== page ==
Five Minutes With: Seth Weiner Of Sonic Promos
Seth Weiner, MAS, president and CEO of distributor Sonic Promos in Gaithersburg, Maryland, saw the mounting importance of diversity, equity and inclusion as it relates to the workplace. He also realized the impact that related practices and strategies will have on the future of the promotional products industry. As a result, Weiner and his team started educating themselves on the topic—such as training in unconscious bias—and formulated a new plan. He shares with PPB more about Sonic Promo’s recent developments.
PPB What are some of the strategies that Sonic Promos is using to develop a more diverse, equitable and inclusive workplace?
Weiner Our clients have been the main factor in ensuring that we have a strong DEI workplace. Next, we have built a team that is focused on valuing people, ideas and thoughts. In May, there was a vocalized call by our team to implement an action plan that we could follow to improve where we currently were. This included everything from how and where we source talent, setting forth social justice initiatives for the company as a whole, supporting team members in their own social justice initiatives, as well as investing in and diversifying our supply chain with minority-owned and socially responsible companies.
PPB What are some of the ways that Sonic Promos has been educating its team in this effort, and how it relates to the workplace?
Weiner Just like a promotional item is not the only piece of a successful marketing campaign, the same can be said about DEI training and education. It is one part of the process. You cannot participate in three 30-minute sessions and think that you are now diverse and inclusive. At Sonic, we initially made training and education an available resource. This is a challenging and sensitive topic. To make change, it requires a person to look inward, something that not everyone is comfortable with, especially if told to do so. Education comes in many forms, and that is the best approach. Training, volunteering, listening to speakers. A collaborative approach will resonate with the most people.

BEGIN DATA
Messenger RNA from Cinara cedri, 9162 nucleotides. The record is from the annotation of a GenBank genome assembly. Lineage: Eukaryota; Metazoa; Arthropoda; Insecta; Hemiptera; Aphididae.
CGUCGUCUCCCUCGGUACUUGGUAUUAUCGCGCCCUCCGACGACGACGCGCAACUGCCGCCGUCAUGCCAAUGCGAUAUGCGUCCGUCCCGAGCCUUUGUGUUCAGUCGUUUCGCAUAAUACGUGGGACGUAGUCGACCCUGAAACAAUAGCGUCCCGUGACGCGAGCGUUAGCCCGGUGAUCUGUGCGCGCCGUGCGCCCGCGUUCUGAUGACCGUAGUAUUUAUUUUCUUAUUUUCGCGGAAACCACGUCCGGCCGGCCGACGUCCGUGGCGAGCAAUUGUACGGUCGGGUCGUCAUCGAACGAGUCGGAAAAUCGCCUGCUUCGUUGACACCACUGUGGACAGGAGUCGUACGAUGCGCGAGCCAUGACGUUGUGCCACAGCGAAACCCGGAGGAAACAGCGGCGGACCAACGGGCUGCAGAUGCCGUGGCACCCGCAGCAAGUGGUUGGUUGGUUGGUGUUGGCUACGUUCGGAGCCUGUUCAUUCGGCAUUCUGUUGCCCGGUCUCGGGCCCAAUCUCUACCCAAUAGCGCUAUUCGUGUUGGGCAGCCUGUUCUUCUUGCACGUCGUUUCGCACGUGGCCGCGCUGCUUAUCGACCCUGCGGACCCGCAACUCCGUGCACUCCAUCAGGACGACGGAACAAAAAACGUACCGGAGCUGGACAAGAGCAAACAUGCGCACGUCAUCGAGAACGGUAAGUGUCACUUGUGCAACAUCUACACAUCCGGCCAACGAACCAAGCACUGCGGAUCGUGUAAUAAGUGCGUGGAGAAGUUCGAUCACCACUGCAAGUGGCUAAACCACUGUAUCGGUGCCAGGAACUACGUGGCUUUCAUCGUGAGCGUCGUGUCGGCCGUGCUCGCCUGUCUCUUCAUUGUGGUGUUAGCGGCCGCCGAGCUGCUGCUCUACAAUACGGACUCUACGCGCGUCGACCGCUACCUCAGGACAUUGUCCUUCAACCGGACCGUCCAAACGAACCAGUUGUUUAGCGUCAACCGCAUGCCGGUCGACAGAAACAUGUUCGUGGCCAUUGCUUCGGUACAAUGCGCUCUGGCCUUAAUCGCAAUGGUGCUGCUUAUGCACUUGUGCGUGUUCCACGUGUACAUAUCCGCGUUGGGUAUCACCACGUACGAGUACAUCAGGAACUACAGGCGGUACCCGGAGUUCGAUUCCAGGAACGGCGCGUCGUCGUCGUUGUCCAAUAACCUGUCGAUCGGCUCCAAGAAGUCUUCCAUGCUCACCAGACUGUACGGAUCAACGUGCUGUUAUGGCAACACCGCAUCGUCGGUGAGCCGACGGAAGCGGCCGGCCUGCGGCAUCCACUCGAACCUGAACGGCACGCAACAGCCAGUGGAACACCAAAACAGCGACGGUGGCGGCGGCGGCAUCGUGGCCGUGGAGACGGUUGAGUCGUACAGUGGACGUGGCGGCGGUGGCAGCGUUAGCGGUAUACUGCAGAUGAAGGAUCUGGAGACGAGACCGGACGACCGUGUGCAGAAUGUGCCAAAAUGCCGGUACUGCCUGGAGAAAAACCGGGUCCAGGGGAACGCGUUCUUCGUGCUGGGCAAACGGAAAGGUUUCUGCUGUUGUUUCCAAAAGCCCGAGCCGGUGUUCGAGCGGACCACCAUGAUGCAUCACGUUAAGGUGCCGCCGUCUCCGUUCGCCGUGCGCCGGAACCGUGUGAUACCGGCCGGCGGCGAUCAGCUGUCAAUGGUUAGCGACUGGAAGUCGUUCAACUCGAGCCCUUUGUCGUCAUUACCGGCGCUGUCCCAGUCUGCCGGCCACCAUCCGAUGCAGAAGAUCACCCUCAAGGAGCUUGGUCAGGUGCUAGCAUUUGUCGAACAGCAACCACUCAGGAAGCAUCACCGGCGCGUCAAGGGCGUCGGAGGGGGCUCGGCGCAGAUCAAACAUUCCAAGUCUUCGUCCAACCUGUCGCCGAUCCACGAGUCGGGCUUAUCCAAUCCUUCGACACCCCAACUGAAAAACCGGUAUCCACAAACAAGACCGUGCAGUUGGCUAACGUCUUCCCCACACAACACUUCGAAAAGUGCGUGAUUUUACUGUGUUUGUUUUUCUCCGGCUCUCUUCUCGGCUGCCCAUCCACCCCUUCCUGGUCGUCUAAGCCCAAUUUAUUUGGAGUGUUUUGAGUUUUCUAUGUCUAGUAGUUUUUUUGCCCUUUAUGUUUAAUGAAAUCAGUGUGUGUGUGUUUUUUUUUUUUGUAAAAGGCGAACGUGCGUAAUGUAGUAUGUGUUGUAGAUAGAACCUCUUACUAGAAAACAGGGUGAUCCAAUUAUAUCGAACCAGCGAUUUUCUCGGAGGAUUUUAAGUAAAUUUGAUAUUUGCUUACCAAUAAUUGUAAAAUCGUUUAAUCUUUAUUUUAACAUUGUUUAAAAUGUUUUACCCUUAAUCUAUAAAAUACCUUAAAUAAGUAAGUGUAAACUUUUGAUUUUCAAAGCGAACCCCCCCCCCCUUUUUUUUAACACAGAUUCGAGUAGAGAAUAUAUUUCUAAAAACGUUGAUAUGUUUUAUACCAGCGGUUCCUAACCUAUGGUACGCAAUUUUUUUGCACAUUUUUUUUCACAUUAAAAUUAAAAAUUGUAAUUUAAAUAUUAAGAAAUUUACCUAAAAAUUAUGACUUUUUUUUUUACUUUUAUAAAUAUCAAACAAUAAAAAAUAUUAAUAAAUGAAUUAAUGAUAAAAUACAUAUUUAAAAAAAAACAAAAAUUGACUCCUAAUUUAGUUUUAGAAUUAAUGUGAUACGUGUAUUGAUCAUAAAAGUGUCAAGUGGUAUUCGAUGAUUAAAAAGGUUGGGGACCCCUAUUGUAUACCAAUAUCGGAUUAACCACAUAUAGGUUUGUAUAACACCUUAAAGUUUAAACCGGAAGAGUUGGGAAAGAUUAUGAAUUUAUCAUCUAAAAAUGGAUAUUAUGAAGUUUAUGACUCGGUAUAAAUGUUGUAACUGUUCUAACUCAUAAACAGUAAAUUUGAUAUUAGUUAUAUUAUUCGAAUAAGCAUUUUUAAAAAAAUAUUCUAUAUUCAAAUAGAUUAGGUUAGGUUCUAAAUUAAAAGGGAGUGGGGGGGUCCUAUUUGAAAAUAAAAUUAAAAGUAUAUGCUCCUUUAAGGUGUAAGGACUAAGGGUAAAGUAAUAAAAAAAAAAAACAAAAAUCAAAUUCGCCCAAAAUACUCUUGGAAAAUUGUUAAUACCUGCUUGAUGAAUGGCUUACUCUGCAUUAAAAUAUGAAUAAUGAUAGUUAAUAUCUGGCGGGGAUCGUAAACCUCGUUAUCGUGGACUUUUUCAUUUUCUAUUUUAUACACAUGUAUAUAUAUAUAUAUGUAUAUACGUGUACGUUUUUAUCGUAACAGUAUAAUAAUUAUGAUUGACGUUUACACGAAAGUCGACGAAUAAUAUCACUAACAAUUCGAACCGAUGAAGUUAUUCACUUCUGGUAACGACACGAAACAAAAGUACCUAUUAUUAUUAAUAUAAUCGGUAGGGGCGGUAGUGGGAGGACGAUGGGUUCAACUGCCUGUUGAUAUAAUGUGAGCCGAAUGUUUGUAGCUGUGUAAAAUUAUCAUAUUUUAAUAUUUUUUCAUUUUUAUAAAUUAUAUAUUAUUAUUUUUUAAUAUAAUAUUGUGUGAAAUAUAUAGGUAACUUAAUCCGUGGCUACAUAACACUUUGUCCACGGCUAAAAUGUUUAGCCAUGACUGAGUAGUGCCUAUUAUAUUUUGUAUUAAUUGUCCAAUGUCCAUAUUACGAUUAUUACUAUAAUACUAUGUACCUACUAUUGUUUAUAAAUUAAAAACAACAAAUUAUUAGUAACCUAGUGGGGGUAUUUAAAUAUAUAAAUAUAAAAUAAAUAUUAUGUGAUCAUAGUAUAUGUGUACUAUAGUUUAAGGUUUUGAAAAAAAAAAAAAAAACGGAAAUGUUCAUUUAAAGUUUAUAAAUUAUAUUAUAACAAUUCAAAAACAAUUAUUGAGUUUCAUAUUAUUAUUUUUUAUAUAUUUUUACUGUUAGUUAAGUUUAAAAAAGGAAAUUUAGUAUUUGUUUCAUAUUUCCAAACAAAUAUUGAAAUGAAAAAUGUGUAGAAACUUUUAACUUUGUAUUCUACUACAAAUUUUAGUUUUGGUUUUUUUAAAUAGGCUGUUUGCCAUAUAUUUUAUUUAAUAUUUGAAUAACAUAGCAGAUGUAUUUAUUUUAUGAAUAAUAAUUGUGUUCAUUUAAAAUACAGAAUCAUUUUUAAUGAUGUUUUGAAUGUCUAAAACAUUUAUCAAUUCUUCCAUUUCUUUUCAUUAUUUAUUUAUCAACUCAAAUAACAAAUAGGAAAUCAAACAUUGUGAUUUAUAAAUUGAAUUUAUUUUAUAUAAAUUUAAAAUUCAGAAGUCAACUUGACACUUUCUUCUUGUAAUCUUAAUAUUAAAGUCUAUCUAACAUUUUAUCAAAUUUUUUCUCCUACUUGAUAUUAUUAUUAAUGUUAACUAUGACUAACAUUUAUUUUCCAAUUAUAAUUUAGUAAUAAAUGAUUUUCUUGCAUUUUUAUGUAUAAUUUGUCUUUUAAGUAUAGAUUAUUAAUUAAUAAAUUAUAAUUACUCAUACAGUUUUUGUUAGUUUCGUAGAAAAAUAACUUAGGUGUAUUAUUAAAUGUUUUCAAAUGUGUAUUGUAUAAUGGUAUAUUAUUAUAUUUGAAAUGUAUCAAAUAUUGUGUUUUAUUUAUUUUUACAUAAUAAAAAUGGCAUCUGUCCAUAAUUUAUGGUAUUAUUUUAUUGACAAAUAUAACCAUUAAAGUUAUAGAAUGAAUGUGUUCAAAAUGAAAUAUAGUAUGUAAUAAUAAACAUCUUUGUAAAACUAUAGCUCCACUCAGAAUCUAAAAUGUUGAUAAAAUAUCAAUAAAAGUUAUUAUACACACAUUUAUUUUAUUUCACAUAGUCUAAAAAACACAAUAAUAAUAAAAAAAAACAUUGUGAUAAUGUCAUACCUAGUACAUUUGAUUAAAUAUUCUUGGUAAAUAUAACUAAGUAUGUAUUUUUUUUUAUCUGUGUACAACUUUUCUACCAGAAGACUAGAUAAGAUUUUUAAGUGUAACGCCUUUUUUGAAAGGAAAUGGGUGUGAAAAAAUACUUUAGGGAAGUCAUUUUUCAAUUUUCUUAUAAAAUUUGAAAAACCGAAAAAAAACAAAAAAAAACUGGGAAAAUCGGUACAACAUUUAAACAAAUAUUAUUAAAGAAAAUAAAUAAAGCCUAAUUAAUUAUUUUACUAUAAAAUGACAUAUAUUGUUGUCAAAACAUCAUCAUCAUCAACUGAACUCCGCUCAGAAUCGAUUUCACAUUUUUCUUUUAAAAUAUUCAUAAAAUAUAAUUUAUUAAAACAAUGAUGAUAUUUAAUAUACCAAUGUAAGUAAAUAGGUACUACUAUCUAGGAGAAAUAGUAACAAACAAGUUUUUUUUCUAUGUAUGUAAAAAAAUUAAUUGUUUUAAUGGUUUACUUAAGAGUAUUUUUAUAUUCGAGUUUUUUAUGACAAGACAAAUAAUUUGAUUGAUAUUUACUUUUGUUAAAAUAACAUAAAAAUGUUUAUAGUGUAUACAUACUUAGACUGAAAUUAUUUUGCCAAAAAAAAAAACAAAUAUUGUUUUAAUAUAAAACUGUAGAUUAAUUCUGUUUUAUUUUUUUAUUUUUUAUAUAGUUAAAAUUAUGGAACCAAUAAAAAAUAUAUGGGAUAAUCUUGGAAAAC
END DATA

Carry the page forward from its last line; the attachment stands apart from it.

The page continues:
PPB How has Sonic Promos expanded its internship program?
Weiner Sonic has had an internship program for many years. We give interns a variety of opportunities to try out the elements of operating a business. Some of our best clients have started as interns. I have spoken before about “entry points” when it comes to how people get into the promo world. Most people do not say they want to sell shirts and mugs when they grow up. Most people are born in, married in or fall in [this industry]. To increase DEI in our industry, we need to create the entry points where they normally have not been. To do this, I began connecting with all the Historically Black Colleges and Universities (HBCUs) in the U.S. (There are about 100.) It is a hard and challenging time to hire right now. By doing the work now to make the connections, we will be ready when it is time to offer opportunities.
PPB What do you suggest to other distributors who are looking to open the conversation about diversity, equity and inclusion, but aren’t sure where to get started?
Weiner Just start. It will be a slow start. You will get some things wrong. You will then get things less wrong. Our industry is interesting in that there are so many companies with one, two or a few people. How can one person create a DEI workplace? How can 100?
My advice has been to do an audit of yourself. See where you are. What is the make-up of your company? Who are your clients? Who are your suppliers? Do you volunteer? Do your employees? Do you support these efforts? From there, you will find that you are probably already doing a few things. Now do more.
Are you writing a manifesto? No. Just keep track of your key ideas. What is important? How are you going to see that those key ideas are followed through on and carried on in your general dealings?
PPB In your experience, has there been a specific area of diversity, equity and inclusion that many people have found confusing, challenging or intimidating? And do you have a suggestion on how they can move past it?
Weiner I think that most people are afraid of saying or doing the wrong thing, so it is easier to do or say nothing. That time is over. I have found that there is some confusion over equality and equity. That would take its own article. There is a difference. My key points are: inclusion is a process, not an action and ignorance can be an answer but it cannot be an excuse. If you are afraid to start the discussion, call me and I will. It is a standing offer.
Danielle Renda is associate editor of PPB.